Over the weekend, Democratic Congressman Jeff Van Drew announced he was going to switch parties, in large part, because he opposes impeachment. This shouldn’t be surprising, as Van Drew was one of the most conservative Democrats in the House. That said, what Van Drew is implying with this switch is that he is more at home in a party that doesn’t want to expand health insurance (and wants to make it worse), opposes a higher minimum wage, unions, and routinely uses white nationalist and dominionist rhetoric to appeal to voters. Not a good look. It’s also worth noting he was in office for less than a year: it’s not like he didn’t know what party he was joining. “I didn’t leave my party, my party left me” doesn’t work here.
One wonders if he also has changed his mind about D.C. statehood.
This also should be a lesson about how bad the Democratic Congressional Campaign Committee (DCCC) is at their jobs. Not only did they spend a lot of money to get Van Drew elected, but, in the primary, they opposed a more progressive candidate. And for what?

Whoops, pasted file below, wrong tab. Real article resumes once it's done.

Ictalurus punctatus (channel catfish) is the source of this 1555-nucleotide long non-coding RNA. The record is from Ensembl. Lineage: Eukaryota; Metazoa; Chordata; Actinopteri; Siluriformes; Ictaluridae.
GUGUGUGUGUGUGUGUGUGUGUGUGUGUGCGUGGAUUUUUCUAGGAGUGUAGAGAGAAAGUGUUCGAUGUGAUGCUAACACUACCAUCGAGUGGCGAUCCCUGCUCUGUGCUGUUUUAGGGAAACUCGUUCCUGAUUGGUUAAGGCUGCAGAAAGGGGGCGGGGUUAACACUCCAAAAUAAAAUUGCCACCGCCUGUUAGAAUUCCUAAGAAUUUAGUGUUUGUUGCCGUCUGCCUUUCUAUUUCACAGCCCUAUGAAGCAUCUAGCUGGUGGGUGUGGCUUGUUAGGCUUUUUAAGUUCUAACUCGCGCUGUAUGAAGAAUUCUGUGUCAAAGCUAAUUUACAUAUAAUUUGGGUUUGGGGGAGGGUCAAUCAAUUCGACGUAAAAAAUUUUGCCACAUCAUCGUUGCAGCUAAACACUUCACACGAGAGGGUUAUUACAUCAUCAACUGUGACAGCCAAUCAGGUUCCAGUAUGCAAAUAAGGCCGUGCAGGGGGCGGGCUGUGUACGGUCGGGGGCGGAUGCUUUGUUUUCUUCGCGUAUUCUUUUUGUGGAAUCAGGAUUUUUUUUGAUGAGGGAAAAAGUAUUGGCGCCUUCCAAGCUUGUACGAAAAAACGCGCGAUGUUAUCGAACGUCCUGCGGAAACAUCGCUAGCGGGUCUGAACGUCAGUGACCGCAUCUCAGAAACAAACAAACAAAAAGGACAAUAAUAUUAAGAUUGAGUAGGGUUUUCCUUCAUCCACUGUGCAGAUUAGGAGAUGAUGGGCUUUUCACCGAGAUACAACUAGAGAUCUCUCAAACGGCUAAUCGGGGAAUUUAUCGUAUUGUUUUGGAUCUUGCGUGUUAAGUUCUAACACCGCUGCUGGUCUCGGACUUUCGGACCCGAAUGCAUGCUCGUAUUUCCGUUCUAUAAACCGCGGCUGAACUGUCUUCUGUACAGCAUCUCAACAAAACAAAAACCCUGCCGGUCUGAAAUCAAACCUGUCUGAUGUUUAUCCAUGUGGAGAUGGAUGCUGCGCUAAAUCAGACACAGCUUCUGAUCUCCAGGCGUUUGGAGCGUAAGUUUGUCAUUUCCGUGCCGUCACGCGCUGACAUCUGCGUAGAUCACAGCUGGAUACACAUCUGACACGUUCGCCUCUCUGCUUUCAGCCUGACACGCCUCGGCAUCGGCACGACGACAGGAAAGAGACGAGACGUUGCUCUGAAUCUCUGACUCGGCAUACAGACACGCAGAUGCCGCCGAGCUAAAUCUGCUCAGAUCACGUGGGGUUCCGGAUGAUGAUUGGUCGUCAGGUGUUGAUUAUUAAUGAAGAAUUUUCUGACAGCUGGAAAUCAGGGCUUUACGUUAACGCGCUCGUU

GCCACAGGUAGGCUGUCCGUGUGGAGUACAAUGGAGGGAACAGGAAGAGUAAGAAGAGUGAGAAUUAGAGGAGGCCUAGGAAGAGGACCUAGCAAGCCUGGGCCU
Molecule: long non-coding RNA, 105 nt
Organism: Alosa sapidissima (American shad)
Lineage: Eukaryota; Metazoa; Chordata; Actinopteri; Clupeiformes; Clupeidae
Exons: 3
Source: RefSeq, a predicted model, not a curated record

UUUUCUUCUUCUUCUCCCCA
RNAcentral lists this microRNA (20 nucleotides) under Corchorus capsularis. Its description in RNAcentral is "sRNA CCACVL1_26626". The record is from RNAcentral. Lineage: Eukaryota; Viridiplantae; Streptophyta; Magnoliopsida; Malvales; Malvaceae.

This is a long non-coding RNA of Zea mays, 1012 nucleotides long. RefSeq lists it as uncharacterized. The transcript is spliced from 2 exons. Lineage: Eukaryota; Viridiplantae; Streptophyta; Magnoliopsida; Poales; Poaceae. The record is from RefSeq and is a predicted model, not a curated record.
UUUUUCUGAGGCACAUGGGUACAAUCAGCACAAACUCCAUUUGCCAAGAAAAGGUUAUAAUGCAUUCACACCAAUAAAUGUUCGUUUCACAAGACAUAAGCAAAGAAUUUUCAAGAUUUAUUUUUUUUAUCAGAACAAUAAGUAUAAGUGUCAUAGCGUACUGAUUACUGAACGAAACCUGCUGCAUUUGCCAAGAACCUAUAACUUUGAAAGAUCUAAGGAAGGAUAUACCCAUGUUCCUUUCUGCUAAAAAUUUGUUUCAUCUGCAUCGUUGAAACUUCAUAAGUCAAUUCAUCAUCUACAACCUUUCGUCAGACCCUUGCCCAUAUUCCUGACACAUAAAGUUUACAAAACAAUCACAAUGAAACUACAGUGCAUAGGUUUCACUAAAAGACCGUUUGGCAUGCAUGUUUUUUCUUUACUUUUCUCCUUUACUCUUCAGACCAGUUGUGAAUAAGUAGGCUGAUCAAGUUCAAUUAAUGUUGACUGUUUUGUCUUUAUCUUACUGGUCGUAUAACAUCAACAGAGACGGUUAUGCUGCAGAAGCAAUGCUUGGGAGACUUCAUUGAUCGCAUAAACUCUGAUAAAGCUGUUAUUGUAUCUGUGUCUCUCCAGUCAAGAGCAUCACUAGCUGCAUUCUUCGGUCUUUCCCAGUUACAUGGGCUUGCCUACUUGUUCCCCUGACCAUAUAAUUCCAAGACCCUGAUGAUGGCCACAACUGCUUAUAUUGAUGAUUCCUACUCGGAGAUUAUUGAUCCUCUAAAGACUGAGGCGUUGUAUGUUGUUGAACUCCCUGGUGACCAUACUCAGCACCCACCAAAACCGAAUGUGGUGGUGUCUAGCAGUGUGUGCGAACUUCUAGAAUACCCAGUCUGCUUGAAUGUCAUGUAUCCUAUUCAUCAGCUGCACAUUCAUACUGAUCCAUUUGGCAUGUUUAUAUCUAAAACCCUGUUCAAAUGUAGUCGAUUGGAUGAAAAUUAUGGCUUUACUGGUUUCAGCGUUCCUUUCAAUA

There’s also something else to consider about the conservative ‘frontliners‘, the Democrats in swing districts who typically drag the party to the right. We need to keep some of them, enough to maintain a majority and pass legislation. We do not need to keep all of them. Some need to be viewed as expendable. They are not that likely to win re-election, and very unlikely to win ‘wave elections.’ When they water down Democratic policies, they hurt more moderate members, endangering the majority, as well as down ticket candidates. One way to make the moderates along with the more left-ish candidates take on the conservatives is to primary them: they don’t want to lose their offices any more than the conservatives.
Because that’s how Democrats got any movement on impeachment in the first place.